Artist Mankwe Ndosi received Forecast Public Art’s largest 2014 grant, the $50,000 McKnight Project Grant, to create digital soundtracks unique to the Phillips neighborhood in Minneapolis that will be available digitally and physically at listening posts. Her soundtracks will include contributions from neighborhood residents, field recordings and her own vocal work.
This McKnight Project Grant allows artists to both build their portfolios, particularly with larger-scale public projects, as well as to pursue projects of their own design, says Director of Artist Services, Melinda Childs. Ndosi was selected from a pool of five finalists by an independent panel of local, regional and national public art professionals. The other four finalists (Body Cartography, Karl Unnasch, Peter Haakon Thompson and Tamsie Ringler) received a $1,000 design stipend.
“The panel was impressed by the poetry in Ndosi’s work and the layering in this project,” says Childs. “The medium is something that will be engaging to all audiences, particularly youth. The panel also felt this opportunity would be timely for Ndosi and where she is in her artistic career, a great steppingstone.”
Forecast also announced recipients of its mid-career professional development and emerging artists project and planning grants. These grants support risk-taking, interdisciplinary approaches and collaborative problem solving. With support from Jerome Foundation, The McKnight Foundation, and Minnesota’s regional arts councils, the program offers financial awards along with training, technical assistance, career advice, networking opportunities, documentation, insurance certificates and promotion.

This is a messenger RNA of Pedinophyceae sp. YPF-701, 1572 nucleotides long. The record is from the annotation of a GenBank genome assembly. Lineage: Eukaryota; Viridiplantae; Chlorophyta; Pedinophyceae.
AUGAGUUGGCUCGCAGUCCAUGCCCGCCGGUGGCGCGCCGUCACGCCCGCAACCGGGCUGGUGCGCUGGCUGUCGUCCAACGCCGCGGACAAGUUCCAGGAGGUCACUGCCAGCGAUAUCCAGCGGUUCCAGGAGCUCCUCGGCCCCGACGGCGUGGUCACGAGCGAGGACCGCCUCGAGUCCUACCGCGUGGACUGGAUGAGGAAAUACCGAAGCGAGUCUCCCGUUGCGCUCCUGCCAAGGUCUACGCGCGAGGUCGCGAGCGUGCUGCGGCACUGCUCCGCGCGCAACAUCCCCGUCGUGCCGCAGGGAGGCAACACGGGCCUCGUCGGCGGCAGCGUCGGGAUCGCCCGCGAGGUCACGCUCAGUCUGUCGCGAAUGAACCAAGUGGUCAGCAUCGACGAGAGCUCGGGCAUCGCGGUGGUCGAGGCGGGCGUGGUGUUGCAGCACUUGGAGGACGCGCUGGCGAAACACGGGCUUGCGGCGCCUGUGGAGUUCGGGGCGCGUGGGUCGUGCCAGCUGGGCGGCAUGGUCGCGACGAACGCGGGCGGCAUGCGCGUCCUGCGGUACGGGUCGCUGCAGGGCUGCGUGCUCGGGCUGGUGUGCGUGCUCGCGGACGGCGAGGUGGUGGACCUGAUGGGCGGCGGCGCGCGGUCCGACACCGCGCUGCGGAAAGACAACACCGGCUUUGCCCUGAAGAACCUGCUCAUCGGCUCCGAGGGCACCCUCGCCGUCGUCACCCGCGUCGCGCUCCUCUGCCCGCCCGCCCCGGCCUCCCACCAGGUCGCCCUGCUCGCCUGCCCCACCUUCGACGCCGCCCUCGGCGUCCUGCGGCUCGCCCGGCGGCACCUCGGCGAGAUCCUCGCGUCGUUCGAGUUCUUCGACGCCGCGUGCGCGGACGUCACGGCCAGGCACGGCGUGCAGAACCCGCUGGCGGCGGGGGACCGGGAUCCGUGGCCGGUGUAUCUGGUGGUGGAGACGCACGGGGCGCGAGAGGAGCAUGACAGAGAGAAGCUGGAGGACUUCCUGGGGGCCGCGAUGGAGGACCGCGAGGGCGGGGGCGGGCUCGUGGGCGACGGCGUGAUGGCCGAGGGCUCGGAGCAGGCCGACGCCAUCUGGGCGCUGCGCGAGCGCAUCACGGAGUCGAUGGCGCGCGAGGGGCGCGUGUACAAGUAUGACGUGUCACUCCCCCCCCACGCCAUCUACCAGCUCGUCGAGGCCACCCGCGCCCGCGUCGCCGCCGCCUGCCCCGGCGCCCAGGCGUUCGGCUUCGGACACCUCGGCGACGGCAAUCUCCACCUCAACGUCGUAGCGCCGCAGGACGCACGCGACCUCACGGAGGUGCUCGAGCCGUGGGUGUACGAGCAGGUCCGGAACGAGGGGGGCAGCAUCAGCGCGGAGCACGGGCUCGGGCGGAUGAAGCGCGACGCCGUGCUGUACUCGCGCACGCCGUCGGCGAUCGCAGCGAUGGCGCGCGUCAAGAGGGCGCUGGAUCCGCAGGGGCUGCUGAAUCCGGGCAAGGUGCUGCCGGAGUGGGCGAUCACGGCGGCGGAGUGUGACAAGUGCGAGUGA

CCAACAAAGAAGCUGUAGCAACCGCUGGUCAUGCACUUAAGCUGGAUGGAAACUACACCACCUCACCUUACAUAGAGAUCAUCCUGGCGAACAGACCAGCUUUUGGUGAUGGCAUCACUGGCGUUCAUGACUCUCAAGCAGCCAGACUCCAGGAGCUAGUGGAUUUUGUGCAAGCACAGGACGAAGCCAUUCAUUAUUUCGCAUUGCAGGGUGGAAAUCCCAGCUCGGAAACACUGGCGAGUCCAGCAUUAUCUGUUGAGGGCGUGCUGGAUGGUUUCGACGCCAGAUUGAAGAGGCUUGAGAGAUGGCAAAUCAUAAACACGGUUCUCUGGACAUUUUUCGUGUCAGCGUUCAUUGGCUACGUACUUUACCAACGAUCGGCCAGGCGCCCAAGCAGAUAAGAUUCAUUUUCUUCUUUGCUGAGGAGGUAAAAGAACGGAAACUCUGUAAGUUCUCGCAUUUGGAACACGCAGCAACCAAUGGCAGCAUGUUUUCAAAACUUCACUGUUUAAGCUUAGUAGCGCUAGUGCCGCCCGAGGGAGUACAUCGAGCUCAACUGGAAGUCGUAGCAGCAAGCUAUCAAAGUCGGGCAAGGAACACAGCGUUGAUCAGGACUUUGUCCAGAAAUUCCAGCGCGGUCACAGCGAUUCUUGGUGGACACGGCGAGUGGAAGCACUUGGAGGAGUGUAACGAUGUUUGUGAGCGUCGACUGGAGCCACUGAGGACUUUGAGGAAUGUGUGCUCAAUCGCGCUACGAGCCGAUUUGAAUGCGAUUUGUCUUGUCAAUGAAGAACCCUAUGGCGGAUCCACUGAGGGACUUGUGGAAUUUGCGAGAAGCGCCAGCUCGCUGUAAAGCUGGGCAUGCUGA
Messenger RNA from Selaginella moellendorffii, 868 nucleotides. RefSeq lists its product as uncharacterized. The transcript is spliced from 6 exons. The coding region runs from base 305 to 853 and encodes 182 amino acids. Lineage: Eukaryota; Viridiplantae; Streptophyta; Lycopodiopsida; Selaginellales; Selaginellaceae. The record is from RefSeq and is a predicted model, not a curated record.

McKnight Mid-Career Professional Development Grants ($5,000 each) awarded to:
- Lisa Bergh & Andrew Nordin from Rural Aesthetic Initiative to expand the territory of The Traveling Museum, a mobile lab/exhibition venue for contemporary art and ideas.
- Andrea Steudel to research how artistic lighting projects could become a permanent part of all cities lighting infrastructure.
Jerome Emerging Artist Project Grants ($8,000) awarded to:
- Mara Pelecis to create a community-driven public art series commemorating the 22 soldiers and veterans lost to suicide every day. Pelecis will invite participants to create groupings of 22 objects of their choosing and document the installations. The images then will be exhibited online and at galleries in government buildings, including the Scott County Government Center.
- Jessica Hirsch to create The Cultivation Sanctuary, a dodecahedron shaped structure that will serve as a healing space for the inhabitants of rural shelter for women and children leaving abusive relationships. The exterior of the structure will serve as a play area for the children and the interior will serve as a greenhouse, horticultural library, gardening shed, and host an instructional mural on the planting season.
Jerome Emerging Artist Planning Grants ($2,500) awarded to:
- Ady Olson to research the “intelligence” of plants and their ability to sense and understand their surroundings, which will form the concept for a participatory art project.
- Emily Stover to explore rural issues through listening sessions with corner growers, alternative farmers, scientists, and land use advocates, which will inform her writing, 2D media and temporary sculptural forms.
- Laura Bigger, Artemis Ettsen & Teréz Iacovino of the Cresent Collective to research the possibilities of growing food in unexpected places.
- Aaron Squadroni to expand his current body of graphite drawings into a site-specific installation through research of abandoned mines around his Iron Range home.